Walmart’s supercloud: a cloud-native, Kubernetes-based platform
As part of enterprise digital transformation, companies often have to take a few technologies and customize them to suit an intended set of business-critical use cases or end goals.
But as these company-specific cloud tools advance in complexity, a trend is emerging where they fit the “supercloud paradigm.” An apt example of this is the Walmart Cloud Native Platform, or WCNP, which is based on Kubernetes.
“WCNP is essentially an implementation of Kubernetes for the Walmart ecosystem,” said Jack Greenfield (pictured), vice president of enterprise architecture and chief architect of the global technology platform at Walmart Inc. “And what that means is that we’ve taken Kubernetes off the shelf as open source and integrated it with a number of foundational services that provide other aspects of our computational environment. Kubernetes, off the shelf, doesn’t do everything, but it delegates a lot of key functions through APIs.”
Greenfield spoke with theCUBE industry analyst Dave Vellante at today’s Supercloud2 event, during an exclusive broadcast on theCUBE, SiliconANGLE Media’s livestreaming studio. They discussed Walmart’s foray into the supercloud through its in-house WCNP solution. (* Disclosure below.)
A sophisticated CI/CD pipeline
A strong tenet of today’s digital-focused companies is continuous integration and delivery. Thus, Walmart has integrated several capabilities within WCNP so that its DevOps process isn’t hampered by the continuous need to manually activate, integrate and operate several ancillary services, according to Greenfield.
“Within a Kubernetes cluster, there’s a function that is critical to allowing services to discover each other and integrate with each other securely and with proper configuration provided by the concept of a service mesh,” he explained. “So Istio, Linkerd, these are examples of service mesh technologies. And we have gone ahead and actually integrated those two, for example.”
Continuing on the streamlined DevOps process, the platform has also been equipped with configuration points where developers can harness and tune the existing YAML data serialization language.
“At the end of the day, it offloads an awful lot of work from them having to stand up and operate those services, fail them over properly and make them robust. All of that is provided for,” Greenfield said.
Walmart has kept several goals and business drivers in mind with the creation of WCNP. The first of these is improving developer productivity by abstracting away the aforementioned inefficiencies. The second is improving resilience by mitigating instances of human error. The third and, perhaps, most important reason is the abstraction away from the underlying cloud provider, where Walmart doesn’t have to grapple with the dependencies that are typical with ready-made enterprise cloud solutions, Greenfield pointed out.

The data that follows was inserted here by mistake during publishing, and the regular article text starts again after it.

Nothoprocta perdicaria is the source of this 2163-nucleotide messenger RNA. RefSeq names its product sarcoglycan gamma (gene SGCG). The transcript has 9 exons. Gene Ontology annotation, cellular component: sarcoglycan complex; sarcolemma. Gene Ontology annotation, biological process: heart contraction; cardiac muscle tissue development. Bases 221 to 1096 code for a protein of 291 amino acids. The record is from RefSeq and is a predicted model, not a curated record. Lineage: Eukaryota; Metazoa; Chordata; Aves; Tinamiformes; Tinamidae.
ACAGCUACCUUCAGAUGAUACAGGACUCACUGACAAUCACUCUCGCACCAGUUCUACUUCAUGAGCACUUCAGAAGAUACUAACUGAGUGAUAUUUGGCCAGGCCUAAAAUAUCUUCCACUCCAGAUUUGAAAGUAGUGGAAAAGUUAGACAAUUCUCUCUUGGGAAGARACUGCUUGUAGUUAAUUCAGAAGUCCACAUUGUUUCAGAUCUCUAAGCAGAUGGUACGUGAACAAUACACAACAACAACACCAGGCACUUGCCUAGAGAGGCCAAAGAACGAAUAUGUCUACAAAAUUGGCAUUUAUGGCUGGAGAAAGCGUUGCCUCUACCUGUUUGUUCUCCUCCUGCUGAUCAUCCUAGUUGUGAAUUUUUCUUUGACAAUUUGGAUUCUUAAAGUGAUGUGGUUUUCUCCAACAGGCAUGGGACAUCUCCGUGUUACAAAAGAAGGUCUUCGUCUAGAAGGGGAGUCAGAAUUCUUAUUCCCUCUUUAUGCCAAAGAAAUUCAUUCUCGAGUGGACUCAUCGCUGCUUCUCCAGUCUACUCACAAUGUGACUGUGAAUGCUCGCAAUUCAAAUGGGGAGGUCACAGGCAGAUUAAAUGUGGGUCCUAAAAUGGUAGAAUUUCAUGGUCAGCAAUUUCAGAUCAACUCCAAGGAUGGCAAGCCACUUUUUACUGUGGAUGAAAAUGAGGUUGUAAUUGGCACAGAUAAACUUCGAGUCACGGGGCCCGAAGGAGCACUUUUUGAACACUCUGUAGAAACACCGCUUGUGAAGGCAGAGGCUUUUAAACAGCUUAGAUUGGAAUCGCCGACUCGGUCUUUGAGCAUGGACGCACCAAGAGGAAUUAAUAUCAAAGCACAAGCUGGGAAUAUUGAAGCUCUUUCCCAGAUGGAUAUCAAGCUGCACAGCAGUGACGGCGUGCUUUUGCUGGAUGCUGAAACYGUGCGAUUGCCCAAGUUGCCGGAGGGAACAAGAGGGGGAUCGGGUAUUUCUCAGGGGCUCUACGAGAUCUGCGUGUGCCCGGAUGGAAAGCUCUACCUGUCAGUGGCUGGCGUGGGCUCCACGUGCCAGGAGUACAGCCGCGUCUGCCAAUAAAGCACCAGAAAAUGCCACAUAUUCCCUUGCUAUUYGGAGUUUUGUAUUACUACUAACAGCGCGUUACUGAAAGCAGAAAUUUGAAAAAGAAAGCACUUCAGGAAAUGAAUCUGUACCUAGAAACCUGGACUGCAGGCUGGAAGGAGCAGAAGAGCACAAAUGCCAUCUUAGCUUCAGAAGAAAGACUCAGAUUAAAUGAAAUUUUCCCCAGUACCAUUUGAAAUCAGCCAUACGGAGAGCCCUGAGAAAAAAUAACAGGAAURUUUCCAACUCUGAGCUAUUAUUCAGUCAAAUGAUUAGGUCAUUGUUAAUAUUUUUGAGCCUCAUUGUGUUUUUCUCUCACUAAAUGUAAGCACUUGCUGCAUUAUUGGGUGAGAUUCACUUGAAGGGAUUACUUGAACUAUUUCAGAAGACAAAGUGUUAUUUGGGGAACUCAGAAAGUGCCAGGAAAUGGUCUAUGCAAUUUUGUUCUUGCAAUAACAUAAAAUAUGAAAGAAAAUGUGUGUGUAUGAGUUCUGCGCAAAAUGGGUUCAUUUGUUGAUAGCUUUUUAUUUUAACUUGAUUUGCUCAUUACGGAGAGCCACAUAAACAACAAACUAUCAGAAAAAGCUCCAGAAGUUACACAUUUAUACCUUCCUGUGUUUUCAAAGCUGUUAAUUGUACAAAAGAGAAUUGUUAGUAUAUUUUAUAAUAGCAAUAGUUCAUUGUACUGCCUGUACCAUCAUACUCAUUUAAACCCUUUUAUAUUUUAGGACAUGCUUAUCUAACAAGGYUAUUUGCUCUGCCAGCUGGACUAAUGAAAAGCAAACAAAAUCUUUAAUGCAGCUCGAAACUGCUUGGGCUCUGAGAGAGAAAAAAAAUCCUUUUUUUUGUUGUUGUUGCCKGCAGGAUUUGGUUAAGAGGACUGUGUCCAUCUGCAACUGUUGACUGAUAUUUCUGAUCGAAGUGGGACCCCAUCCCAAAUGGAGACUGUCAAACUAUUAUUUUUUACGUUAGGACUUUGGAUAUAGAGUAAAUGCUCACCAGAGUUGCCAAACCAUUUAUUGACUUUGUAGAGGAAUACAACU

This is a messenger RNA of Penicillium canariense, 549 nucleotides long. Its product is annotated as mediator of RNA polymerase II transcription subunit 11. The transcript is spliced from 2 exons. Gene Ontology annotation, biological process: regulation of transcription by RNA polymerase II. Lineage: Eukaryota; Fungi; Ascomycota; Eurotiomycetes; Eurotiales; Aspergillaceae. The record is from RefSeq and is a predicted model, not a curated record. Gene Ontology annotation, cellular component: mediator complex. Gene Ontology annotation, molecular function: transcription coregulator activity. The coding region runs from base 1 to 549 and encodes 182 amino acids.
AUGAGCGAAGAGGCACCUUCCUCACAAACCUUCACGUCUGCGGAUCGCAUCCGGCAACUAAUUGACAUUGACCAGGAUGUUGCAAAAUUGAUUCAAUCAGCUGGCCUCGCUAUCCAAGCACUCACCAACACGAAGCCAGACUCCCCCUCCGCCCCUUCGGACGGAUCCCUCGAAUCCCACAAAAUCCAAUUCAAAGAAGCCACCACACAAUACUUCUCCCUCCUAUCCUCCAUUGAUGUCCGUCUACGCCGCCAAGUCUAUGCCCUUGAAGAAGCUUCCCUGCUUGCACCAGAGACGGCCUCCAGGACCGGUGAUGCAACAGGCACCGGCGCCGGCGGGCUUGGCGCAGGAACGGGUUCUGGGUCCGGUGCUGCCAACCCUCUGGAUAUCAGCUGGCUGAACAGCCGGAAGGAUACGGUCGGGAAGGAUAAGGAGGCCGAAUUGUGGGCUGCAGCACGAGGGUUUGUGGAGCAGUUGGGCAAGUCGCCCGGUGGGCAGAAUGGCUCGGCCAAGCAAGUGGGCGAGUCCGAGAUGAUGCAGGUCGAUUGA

“One doesn’t want to take dependencies on a cloud provider that doesn’t add a lot of value,” he said. “And with Kubernetes, we have the opportunity, owing to how Kubernetes was designed and why it is the way it is, to sort of abstract from the underlying cloud provider for stateless workloads on compute.”
Just as important as WCNP itself is the tri-point approach with which it has been deployed, where workloads have been split between on-premises private clouds and two public cloud services. This way, the company can harness the public cloud’s “elasticity” while falling back to the private cloud with reduced traffic loads, according to Greenfield.
“This is a very important paradigm that I think is going to be very commonplace, ultimately,” he said. “As the industry evolves, private cloud is easier to operate and less expensive, but the public cloud provider capabilities are difficult to match.”
Physically, Walmart operates instances of each architecture type in the eastern, western and central regions of the United States. They’re configured to reduce the latency between each center to under 1o milliseconds, reducing the cost required for cross-infrastructure interaction.
Currently, the decisions on where particular workloads run in the overarching infrastructure are down to human decisions, but the company hopes to automate that also in the near future.
“We’re actively developing patterns and practices that will allow us to automate the placement of the workloads for a variety of criteria,” Greenfield said. “For example, if in a particular region a particular provider is heavily overloaded and is unable to provide the level of service that’s expected through our SLAs, we could choose to fail workloads over from that cloud provider to a different one within the same region.”
Here’s the complete video interview, part of SiliconANGLE’s and theCUBE’s coverage of Supercloud2:
(* Disclosure: This is an editorial segment. While theCUBE is a paid media partner for Supercloud2, the sponsors for theCUBE’s event coverage do not have editorial control over content on theCUBE or SiliconANGLE.)
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